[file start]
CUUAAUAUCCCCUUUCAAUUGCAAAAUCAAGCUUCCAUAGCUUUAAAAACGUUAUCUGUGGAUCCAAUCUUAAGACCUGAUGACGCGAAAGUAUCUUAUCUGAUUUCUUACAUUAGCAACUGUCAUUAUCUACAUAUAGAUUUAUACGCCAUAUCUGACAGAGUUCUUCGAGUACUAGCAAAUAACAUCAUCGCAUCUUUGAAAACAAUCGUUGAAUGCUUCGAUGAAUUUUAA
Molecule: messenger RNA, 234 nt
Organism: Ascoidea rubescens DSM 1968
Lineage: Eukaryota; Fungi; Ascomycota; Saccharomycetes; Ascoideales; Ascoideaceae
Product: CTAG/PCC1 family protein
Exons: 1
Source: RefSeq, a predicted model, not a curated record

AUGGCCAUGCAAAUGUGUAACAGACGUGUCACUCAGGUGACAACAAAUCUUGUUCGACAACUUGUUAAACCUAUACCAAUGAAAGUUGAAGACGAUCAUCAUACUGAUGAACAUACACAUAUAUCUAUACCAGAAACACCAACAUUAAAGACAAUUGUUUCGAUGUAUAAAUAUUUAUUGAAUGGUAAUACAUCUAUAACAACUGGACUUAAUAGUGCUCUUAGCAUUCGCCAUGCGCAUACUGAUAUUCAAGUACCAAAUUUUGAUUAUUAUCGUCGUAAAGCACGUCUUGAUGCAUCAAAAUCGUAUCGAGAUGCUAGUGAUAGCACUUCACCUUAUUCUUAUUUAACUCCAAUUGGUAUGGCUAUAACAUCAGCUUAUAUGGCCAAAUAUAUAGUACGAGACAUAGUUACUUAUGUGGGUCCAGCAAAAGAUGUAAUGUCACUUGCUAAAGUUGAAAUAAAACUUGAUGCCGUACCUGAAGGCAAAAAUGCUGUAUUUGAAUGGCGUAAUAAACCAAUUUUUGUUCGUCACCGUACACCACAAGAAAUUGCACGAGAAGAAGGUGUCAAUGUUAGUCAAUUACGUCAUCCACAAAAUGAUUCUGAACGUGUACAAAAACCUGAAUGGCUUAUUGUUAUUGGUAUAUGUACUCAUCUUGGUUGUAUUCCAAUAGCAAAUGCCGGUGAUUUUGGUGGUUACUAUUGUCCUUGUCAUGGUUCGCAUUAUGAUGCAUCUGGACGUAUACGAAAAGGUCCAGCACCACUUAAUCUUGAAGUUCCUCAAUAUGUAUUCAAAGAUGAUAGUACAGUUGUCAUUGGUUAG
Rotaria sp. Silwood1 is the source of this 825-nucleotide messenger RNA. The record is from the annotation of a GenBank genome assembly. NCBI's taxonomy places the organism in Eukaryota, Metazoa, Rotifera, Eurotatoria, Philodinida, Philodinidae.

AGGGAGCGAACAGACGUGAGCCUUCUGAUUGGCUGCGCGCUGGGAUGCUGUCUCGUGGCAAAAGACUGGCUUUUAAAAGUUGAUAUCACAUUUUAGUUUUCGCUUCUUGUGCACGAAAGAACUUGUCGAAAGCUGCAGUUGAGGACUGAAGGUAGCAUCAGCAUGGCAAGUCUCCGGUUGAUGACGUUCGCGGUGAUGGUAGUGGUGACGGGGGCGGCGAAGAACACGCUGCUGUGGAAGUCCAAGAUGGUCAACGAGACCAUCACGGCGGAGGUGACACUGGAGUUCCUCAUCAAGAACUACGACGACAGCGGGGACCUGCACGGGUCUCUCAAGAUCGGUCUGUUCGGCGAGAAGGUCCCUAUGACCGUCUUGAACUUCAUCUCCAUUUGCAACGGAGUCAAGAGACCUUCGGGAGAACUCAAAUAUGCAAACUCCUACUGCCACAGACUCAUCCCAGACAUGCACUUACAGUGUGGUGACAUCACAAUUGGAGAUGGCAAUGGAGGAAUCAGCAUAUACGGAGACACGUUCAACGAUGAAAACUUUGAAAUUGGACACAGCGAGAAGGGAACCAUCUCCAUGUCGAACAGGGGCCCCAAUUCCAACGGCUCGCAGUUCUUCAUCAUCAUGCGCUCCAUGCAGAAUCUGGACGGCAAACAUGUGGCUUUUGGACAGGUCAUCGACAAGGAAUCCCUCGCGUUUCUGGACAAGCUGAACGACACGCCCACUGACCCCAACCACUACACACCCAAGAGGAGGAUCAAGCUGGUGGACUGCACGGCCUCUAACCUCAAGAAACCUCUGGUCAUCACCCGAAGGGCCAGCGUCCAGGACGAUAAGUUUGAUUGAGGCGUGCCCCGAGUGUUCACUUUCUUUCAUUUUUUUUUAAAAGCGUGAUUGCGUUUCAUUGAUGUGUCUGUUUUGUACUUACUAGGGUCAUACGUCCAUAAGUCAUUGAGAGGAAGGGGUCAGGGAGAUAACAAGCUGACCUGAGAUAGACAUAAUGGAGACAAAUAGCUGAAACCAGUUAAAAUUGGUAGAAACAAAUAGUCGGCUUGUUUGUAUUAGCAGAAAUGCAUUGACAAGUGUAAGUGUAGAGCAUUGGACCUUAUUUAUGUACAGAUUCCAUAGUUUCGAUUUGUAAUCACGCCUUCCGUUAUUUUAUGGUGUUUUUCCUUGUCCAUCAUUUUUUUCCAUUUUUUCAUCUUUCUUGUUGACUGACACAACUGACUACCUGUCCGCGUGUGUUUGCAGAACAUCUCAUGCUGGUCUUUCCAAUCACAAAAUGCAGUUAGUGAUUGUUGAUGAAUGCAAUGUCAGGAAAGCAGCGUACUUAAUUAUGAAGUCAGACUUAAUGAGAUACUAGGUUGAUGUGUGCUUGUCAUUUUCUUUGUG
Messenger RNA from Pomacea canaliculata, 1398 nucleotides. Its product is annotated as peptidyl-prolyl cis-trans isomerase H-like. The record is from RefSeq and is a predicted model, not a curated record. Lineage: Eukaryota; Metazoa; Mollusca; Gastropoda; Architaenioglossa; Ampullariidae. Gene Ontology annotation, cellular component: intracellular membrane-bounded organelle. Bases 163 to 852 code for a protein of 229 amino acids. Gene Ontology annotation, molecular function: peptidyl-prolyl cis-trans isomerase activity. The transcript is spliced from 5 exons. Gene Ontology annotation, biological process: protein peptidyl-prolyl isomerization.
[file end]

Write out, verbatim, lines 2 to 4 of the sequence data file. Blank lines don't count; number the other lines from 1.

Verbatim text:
Molecule: messenger RNA, 234 nt
Organism: Ascoidea rubescens DSM 1968
Lineage: Eukaryota; Fungi; Ascomycota; Saccharomycetes; Ascoideales; Ascoideaceae